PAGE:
Two Dry Stone Wall Building Workshops with Dan Snow

Sunday, July 17, 2011 to Thursday, July 28, 2011
The English Harbour Arts Centre- English Harbour, Newfoundland
Beginner Seminar


The dry stone workshops at English Harbour have been treated to buffeting winds, lightning storms, muffling fog and dazzling sunshine over these past two weeks. Participants have gone from working in tee shirts to suiting up in insulated rain-gear. Whatever the weather conditions of the day (or hour) it’s been exhilarating working on the Newfoundland coast. The wide vistas of boreal forestland and ever-changing seascape have made a dramatic backdrop to our dry stone activities.

This week’s group began by examining the previously completed pillars and lanterns and sketching ideas for the third installation. By assessing the building site and stone supply they were able to find areas where their abstract ideas intersected with the reality of ‘field conditions.’ A consensus was reached on a design that featured a ledge/ramp that spiraled twice around a cone shaped structure. Next was to design the temporary framework that would guide the stonework as it progressed upward. By the end of the third day they were only a handful of stones away from topping out the piece.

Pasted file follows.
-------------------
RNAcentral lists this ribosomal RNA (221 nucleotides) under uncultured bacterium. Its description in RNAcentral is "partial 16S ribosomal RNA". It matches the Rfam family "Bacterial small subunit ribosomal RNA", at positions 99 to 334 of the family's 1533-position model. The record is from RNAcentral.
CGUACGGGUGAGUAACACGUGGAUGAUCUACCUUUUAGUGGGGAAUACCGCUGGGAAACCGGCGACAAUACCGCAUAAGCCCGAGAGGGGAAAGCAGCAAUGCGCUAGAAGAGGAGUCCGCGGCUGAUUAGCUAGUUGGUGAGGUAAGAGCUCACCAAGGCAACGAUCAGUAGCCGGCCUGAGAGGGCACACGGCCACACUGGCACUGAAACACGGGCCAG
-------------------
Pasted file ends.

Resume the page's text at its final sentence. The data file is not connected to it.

The completed dry stone feature built at year's workshop taught by Dan Snow at English Bay, Nfld.


Art and the working landscape: Shaping our environment today

"Cultivated land is a handmade environment. In centuries past, the face
of  Newfoundland was shaped by domestic agricultural. While many of
the stone walls built during those times have lost their stature as
fences, their presence remains a defining characteristic of the land.
The close attention that farmers paid to their surroundings is
comparable to the awareness artists bring to their work. Dry stone
construction is a logical medium of expression for an artist working in the landscape." 
                                                                                           Dan Snow